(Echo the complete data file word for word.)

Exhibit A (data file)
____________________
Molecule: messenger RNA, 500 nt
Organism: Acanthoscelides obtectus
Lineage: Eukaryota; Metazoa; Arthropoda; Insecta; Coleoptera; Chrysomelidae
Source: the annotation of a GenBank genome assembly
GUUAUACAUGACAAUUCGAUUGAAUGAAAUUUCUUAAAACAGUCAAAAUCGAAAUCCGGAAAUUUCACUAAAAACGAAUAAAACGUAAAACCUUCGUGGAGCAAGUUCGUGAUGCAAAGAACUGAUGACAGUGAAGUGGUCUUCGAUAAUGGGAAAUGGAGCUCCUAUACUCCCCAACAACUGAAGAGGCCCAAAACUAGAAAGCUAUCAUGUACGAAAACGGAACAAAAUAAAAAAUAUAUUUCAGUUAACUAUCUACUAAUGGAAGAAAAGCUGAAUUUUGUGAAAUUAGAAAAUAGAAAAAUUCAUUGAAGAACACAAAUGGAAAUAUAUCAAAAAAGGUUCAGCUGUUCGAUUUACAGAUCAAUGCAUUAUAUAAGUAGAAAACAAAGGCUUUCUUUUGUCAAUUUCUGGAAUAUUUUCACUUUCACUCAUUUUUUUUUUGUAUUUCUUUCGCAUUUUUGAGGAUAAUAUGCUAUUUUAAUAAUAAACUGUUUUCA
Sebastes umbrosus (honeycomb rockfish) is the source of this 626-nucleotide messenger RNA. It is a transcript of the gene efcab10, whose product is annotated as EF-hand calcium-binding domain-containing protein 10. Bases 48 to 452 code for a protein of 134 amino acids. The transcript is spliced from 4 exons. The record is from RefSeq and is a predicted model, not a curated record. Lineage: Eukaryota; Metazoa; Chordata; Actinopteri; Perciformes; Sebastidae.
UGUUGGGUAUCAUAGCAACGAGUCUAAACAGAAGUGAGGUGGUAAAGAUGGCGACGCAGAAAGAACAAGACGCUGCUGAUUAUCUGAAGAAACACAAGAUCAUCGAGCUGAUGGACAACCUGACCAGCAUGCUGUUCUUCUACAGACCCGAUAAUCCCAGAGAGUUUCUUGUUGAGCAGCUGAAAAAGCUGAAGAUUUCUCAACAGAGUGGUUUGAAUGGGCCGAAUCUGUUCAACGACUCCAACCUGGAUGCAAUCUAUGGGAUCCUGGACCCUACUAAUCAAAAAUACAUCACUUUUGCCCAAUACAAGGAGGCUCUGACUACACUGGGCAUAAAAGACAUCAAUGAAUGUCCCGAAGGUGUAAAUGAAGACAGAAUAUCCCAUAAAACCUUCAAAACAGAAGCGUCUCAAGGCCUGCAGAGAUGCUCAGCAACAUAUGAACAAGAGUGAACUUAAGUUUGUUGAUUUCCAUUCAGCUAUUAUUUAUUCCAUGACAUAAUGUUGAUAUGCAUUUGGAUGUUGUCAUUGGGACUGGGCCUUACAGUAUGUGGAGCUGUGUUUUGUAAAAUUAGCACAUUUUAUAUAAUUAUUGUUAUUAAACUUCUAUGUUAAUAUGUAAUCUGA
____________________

Molecule: messenger RNA, 500 nt
Organism: Acanthoscelides obtectus
Lineage: Eukaryota; Metazoa; Arthropoda; Insecta; Coleoptera; Chrysomelidae
Source: the annotation of a GenBank genome assembly
GUUAUACAUGACAAUUCGAUUGAAUGAAAUUUCUUAAAACAGUCAAAAUCGAAAUCCGGAAAUUUCACUAAAAACGAAUAAAACGUAAAACCUUCGUGGAGCAAGUUCGUGAUGCAAAGAACUGAUGACAGUGAAGUGGUCUUCGAUAAUGGGAAAUGGAGCUCCUAUACUCCCCAACAACUGAAGAGGCCCAAAACUAGAAAGCUAUCAUGUACGAAAACGGAACAAAAUAAAAAAUAUAUUUCAGUUAACUAUCUACUAAUGGAAGAAAAGCUGAAUUUUGUGAAAUUAGAAAAUAGAAAAAUUCAUUGAAGAACACAAAUGGAAAUAUAUCAAAAAAGGUUCAGCUGUUCGAUUUACAGAUCAAUGCAUUAUAUAAGUAGAAAACAAAGGCUUUCUUUUGUCAAUUUCUGGAAUAUUUUCACUUUCACUCAUUUUUUUUUUGUAUUUCUUUCGCAUUUUUGAGGAUAAUAUGCUAUUUUAAUAAUAAACUGUUUUCA
Sebastes umbrosus (honeycomb rockfish) is the source of this 626-nucleotide messenger RNA. It is a transcript of the gene efcab10, whose product is annotated as EF-hand calcium-binding domain-containing protein 10. Bases 48 to 452 code for a protein of 134 amino acids. The transcript is spliced from 4 exons. The record is from RefSeq and is a predicted model, not a curated record. Lineage: Eukaryota; Metazoa; Chordata; Actinopteri; Perciformes; Sebastidae.
UGUUGGGUAUCAUAGCAACGAGUCUAAACAGAAGUGAGGUGGUAAAGAUGGCGACGCAGAAAGAACAAGACGCUGCUGAUUAUCUGAAGAAACACAAGAUCAUCGAGCUGAUGGACAACCUGACCAGCAUGCUGUUCUUCUACAGACCCGAUAAUCCCAGAGAGUUUCUUGUUGAGCAGCUGAAAAAGCUGAAGAUUUCUCAACAGAGUGGUUUGAAUGGGCCGAAUCUGUUCAACGACUCCAACCUGGAUGCAAUCUAUGGGAUCCUGGACCCUACUAAUCAAAAAUACAUCACUUUUGCCCAAUACAAGGAGGCUCUGACUACACUGGGCAUAAAAGACAUCAAUGAAUGUCCCGAAGGUGUAAAUGAAGACAGAAUAUCCCAUAAAACCUUCAAAACAGAAGCGUCUCAAGGCCUGCAGAGAUGCUCAGCAACAUAUGAACAAGAGUGAACUUAAGUUUGUUGAUUUCCAUUCAGCUAUUAUUUAUUCCAUGACAUAAUGUUGAUAUGCAUUUGGAUGUUGUCAUUGGGACUGGGCCUUACAGUAUGUGGAGCUGUGUUUUGUAAAAUUAGCACAUUUUAUAUAAUUAUUGUUAUUAAACUUCUAUGUUAAUAUGUAAUCUGA